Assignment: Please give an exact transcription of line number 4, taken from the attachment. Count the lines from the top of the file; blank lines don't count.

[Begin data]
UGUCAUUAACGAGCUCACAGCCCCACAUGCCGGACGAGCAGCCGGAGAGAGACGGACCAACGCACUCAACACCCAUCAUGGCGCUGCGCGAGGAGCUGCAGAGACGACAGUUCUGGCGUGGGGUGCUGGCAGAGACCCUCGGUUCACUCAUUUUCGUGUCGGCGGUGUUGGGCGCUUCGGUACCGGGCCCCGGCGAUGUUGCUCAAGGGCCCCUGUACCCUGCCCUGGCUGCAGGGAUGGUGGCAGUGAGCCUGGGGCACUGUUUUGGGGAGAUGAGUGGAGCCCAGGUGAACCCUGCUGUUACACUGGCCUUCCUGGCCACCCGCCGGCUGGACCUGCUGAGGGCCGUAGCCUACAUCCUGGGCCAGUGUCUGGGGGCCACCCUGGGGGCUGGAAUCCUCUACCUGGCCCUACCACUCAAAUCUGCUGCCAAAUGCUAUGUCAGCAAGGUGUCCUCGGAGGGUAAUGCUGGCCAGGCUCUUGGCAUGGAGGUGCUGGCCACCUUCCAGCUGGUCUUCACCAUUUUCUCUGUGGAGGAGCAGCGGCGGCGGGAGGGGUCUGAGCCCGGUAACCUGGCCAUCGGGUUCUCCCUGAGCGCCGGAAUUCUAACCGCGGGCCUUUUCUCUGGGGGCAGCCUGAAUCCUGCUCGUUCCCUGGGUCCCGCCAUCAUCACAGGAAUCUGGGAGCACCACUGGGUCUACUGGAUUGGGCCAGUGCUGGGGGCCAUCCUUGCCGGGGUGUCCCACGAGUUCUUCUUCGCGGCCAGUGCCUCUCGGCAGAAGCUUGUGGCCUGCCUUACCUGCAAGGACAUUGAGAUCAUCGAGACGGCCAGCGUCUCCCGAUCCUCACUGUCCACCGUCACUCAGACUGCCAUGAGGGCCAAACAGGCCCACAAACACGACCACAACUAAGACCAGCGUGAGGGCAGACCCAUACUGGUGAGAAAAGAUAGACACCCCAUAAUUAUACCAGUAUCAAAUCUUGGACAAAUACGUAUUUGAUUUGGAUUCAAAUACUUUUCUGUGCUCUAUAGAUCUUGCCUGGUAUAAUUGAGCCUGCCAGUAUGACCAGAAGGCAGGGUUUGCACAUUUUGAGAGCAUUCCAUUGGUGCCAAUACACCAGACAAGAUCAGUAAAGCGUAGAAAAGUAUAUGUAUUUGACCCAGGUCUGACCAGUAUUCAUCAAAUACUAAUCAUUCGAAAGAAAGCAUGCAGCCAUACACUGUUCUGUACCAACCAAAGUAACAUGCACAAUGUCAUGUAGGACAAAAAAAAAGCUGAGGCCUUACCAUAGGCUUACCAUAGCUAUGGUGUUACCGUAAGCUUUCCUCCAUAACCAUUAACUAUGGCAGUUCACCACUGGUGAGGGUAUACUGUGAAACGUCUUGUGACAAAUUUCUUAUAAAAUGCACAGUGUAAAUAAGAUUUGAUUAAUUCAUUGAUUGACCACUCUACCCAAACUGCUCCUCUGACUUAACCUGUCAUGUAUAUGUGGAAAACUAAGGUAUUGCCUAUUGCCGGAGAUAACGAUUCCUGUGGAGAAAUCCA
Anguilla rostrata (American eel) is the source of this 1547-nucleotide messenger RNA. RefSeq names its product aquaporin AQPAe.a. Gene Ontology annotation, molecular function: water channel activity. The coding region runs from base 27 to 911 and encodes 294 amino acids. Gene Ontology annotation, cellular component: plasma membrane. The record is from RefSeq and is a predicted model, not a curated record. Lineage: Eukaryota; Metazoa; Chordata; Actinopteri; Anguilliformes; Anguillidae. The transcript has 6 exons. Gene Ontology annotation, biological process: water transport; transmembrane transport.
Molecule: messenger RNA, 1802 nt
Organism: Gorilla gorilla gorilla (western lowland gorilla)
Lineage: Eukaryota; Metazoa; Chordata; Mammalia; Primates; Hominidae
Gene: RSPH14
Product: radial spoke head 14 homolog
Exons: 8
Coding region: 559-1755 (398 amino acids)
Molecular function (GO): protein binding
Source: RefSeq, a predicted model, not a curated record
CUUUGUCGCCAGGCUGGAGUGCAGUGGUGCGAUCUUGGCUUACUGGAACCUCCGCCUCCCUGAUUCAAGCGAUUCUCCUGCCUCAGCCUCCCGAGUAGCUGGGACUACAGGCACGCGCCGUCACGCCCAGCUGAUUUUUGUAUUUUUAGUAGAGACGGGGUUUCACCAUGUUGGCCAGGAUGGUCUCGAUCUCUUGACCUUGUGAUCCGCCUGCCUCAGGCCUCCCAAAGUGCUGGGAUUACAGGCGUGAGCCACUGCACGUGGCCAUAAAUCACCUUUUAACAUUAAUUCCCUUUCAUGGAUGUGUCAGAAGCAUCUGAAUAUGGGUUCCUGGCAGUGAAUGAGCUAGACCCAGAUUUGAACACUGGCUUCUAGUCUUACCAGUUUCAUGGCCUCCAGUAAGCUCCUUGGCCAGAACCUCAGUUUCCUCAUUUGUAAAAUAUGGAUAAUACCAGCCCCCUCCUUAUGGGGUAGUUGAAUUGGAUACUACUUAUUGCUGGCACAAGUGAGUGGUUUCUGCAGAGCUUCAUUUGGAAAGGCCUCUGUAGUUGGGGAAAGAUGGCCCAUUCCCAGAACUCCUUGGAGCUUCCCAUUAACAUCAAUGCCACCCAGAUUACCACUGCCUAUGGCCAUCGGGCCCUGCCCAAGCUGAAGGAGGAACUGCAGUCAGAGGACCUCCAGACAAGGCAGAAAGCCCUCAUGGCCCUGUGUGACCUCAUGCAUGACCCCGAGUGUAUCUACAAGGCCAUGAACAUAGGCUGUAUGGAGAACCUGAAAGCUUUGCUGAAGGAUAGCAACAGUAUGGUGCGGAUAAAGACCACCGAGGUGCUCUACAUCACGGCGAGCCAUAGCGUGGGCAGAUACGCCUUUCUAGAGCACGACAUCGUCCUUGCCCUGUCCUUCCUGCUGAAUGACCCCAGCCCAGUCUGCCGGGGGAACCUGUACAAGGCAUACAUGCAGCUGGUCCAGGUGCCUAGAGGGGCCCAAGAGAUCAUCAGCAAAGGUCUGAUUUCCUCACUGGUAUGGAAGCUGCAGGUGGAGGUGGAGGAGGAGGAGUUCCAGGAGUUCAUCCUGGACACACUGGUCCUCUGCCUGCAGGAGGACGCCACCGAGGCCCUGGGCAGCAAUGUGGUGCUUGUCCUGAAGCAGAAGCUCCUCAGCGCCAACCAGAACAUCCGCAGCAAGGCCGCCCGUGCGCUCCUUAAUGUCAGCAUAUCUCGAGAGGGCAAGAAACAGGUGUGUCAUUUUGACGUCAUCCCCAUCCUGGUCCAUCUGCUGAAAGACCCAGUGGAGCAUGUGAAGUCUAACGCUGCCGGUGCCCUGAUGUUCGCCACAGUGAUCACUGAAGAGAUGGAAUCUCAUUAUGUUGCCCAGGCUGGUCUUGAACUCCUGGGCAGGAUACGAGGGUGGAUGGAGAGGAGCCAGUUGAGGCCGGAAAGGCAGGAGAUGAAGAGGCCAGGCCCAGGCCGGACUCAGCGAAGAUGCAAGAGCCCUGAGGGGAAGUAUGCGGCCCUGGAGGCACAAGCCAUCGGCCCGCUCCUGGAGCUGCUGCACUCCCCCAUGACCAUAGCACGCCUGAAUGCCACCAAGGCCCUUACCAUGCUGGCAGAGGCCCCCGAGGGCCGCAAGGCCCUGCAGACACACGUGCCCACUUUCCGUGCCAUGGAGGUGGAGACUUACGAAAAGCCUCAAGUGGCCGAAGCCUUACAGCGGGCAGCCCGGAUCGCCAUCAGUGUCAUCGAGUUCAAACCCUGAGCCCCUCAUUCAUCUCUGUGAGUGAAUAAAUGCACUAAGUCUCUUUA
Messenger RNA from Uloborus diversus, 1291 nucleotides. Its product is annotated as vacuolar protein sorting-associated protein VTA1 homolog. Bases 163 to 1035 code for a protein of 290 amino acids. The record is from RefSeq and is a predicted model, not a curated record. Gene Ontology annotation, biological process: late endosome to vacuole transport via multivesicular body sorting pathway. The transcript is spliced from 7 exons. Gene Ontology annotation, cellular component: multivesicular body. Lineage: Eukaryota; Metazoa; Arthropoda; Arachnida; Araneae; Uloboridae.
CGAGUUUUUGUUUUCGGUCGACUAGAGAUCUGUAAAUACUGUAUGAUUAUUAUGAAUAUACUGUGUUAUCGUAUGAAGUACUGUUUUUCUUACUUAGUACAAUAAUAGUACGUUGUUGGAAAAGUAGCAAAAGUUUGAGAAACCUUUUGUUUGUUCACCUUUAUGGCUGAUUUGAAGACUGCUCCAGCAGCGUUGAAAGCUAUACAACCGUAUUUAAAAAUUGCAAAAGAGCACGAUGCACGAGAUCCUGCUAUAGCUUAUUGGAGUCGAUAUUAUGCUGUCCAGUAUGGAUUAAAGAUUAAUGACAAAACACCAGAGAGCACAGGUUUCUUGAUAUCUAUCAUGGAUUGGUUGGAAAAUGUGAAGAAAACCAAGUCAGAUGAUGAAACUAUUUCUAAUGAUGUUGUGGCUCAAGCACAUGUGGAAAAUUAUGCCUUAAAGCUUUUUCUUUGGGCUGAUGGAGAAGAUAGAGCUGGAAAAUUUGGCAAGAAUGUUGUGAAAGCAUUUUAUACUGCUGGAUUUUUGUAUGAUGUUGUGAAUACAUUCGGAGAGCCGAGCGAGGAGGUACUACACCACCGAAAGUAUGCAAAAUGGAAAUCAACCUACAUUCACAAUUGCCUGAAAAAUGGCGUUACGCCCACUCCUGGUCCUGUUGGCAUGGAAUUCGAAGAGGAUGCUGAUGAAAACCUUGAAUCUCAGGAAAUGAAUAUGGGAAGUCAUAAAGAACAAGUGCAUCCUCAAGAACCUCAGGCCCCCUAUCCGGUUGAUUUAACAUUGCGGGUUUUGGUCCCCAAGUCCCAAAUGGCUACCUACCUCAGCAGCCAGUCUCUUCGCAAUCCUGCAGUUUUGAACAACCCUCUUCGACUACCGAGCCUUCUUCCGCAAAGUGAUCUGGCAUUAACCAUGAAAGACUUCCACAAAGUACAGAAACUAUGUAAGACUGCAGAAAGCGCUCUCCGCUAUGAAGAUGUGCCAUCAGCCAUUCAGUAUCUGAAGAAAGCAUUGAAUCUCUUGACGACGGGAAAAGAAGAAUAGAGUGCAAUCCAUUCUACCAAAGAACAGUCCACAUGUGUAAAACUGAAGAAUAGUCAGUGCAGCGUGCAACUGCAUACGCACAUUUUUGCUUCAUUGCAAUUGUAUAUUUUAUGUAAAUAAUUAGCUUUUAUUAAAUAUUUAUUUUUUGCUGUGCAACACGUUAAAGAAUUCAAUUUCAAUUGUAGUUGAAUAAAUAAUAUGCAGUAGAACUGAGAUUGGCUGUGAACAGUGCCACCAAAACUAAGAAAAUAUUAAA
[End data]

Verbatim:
Organism: Gorilla gorilla gorilla (western lowland gorilla)